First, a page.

Syria’s Looted Past: How Ancient Artifacts Are Being Traded for Guns

12 Sep 2012 3:22 PM | Anonymous

Syria’s Looted Past: How Ancient Artifacts Are Being Traded for Guns

The ongoing civil war in Syria, a land brimming with history, has led to a dangerous, tragic surge in the looting and smuggling of Syrian antiquities
Nelofer Pazira
The badly damaged outer gate of Aleppo's Citadel after government opponents try to blast their way into the ancient fortress. Aleppo, Syria.

Abu Khaled knows the worth of things. As a small-time smuggler living along the porous border between Syria and Lebanon, he has dabbled in antiquities as much as the cigarettes, stolen goods and weapons that make up the bulk of his trade. So when a smuggler from Syria brought him a small, alabaster statue of a seated man a few weeks ago, he figured that the carving, most likely looted from one of Syria’s two dozen heritage museums or one of its hundreds of archaeological sites, could be worth a couple thousand dollars in Lebanon’s antiquities black market. So he called his contacts in Beirut. But instead of asking for cash, he asked for something even more valuable: weapons.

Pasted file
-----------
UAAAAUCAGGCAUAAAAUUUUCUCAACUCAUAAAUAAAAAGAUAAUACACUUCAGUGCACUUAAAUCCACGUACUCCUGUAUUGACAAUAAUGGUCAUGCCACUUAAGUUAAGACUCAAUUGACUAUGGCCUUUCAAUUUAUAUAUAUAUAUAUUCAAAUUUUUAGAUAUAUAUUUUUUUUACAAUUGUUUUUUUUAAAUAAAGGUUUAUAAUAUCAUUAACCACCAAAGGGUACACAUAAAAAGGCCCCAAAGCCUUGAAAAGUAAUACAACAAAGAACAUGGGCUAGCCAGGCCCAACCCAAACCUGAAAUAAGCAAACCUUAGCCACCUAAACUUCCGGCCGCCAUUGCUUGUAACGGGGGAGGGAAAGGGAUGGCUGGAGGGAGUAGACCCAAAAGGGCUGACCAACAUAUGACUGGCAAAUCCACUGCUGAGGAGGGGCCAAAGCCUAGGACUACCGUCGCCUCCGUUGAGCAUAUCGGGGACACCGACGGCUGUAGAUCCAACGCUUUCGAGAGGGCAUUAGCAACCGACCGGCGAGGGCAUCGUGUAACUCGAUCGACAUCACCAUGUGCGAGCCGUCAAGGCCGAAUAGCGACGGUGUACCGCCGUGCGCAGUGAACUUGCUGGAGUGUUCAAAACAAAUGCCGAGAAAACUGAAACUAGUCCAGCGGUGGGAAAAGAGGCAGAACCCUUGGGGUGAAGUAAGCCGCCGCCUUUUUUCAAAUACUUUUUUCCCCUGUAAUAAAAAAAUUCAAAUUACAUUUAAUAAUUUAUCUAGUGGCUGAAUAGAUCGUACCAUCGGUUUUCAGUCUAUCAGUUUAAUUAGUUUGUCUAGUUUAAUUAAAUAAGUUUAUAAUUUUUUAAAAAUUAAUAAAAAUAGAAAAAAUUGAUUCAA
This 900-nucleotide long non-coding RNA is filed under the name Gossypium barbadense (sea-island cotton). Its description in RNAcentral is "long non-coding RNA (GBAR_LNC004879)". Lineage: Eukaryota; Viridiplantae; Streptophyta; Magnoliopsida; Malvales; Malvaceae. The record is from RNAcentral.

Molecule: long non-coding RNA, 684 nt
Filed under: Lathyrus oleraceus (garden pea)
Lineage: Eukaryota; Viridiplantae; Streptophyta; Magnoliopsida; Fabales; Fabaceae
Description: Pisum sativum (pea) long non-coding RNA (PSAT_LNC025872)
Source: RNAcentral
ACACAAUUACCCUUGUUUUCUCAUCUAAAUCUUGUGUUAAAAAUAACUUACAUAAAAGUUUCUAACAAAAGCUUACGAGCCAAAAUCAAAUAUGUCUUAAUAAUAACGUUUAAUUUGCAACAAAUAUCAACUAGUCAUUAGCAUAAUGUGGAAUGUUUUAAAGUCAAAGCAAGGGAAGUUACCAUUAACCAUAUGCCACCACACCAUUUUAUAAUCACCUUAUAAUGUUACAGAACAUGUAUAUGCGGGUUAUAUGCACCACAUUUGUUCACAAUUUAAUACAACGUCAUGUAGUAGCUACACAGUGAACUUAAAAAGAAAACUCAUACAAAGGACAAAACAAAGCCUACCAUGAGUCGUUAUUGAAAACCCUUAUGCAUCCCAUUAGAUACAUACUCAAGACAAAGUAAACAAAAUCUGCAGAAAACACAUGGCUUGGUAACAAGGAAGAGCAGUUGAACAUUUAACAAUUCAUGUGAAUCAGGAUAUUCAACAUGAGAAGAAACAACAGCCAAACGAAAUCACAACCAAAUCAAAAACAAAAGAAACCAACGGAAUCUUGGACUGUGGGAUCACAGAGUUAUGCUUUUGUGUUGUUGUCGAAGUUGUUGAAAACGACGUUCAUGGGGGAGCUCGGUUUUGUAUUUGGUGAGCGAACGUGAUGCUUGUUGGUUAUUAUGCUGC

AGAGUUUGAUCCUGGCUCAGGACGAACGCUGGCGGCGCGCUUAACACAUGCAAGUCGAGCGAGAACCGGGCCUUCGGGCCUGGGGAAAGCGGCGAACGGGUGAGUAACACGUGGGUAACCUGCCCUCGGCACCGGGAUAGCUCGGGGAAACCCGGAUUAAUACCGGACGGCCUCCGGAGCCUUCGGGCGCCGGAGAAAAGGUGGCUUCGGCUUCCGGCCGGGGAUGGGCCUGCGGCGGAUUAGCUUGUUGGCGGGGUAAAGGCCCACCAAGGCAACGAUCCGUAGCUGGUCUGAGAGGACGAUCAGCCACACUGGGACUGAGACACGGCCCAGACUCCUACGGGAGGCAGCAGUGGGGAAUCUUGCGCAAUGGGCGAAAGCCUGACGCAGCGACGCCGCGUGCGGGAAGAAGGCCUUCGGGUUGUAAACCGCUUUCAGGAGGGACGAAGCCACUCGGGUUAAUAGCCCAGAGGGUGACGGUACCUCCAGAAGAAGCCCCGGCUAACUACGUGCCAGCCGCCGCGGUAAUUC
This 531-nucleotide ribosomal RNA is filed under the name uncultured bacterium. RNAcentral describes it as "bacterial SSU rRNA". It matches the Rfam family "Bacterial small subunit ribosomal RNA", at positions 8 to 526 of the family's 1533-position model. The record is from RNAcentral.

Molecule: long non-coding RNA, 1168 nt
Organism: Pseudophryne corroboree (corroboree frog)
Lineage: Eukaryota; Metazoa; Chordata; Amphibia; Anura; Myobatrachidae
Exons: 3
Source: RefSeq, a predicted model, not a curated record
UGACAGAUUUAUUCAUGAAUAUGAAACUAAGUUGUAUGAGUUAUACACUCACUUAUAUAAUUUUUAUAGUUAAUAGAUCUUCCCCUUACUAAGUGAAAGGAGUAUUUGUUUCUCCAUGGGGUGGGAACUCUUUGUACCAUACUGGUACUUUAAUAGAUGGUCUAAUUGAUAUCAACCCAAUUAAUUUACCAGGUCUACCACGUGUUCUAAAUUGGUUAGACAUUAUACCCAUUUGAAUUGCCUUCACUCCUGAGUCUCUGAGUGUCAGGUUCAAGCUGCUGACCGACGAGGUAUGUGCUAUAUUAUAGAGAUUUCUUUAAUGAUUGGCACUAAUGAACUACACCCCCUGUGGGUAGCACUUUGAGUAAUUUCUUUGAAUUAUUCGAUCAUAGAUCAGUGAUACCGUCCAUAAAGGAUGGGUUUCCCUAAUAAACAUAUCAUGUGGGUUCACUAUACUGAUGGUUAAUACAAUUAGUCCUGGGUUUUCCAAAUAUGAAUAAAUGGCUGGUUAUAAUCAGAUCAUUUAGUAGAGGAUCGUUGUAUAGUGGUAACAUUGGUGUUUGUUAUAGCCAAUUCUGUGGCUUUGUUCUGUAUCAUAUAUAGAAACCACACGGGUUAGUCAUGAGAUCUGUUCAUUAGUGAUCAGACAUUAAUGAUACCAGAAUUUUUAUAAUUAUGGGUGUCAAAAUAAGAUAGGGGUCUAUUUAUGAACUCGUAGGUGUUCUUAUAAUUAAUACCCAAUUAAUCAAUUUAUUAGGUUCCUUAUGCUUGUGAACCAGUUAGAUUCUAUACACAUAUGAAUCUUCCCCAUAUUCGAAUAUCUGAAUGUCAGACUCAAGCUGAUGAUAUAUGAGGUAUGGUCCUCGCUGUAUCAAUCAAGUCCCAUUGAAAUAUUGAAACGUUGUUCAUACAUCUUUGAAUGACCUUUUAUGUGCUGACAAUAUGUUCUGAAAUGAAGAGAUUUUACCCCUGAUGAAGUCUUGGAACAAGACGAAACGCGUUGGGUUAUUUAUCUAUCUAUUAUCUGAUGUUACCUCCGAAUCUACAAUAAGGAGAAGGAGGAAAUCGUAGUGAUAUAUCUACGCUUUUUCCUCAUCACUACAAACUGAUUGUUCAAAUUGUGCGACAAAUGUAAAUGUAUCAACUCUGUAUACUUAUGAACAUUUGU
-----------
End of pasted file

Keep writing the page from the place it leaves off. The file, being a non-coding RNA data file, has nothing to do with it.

(MORE: Treasure huntundefinedthe quest for Afghan antiquities.)

“War is good for us,” he says of the community of smugglers that regularly transit the nearby border. “We buy antiquities cheap, and then sell weapons expensively.” That business, he says, is about to get better. Fighters allied with the Free Syrian Army units battling the regime of Syrian President Bashar Assad have told him that they are developing an association of diggers dedicated to finding antiquities in order to fund the revolution. “The rebels need weapons, and antiquities are an easy way to buy them,” says Abu Khaled, who goes by his nickname in order to protect his identity.



Read more: http://world.time.com/2012/09/12/syrias-looted-past-how-ancient-artifacts-are-being-traded-for-guns/#ixzz26HjG1I00
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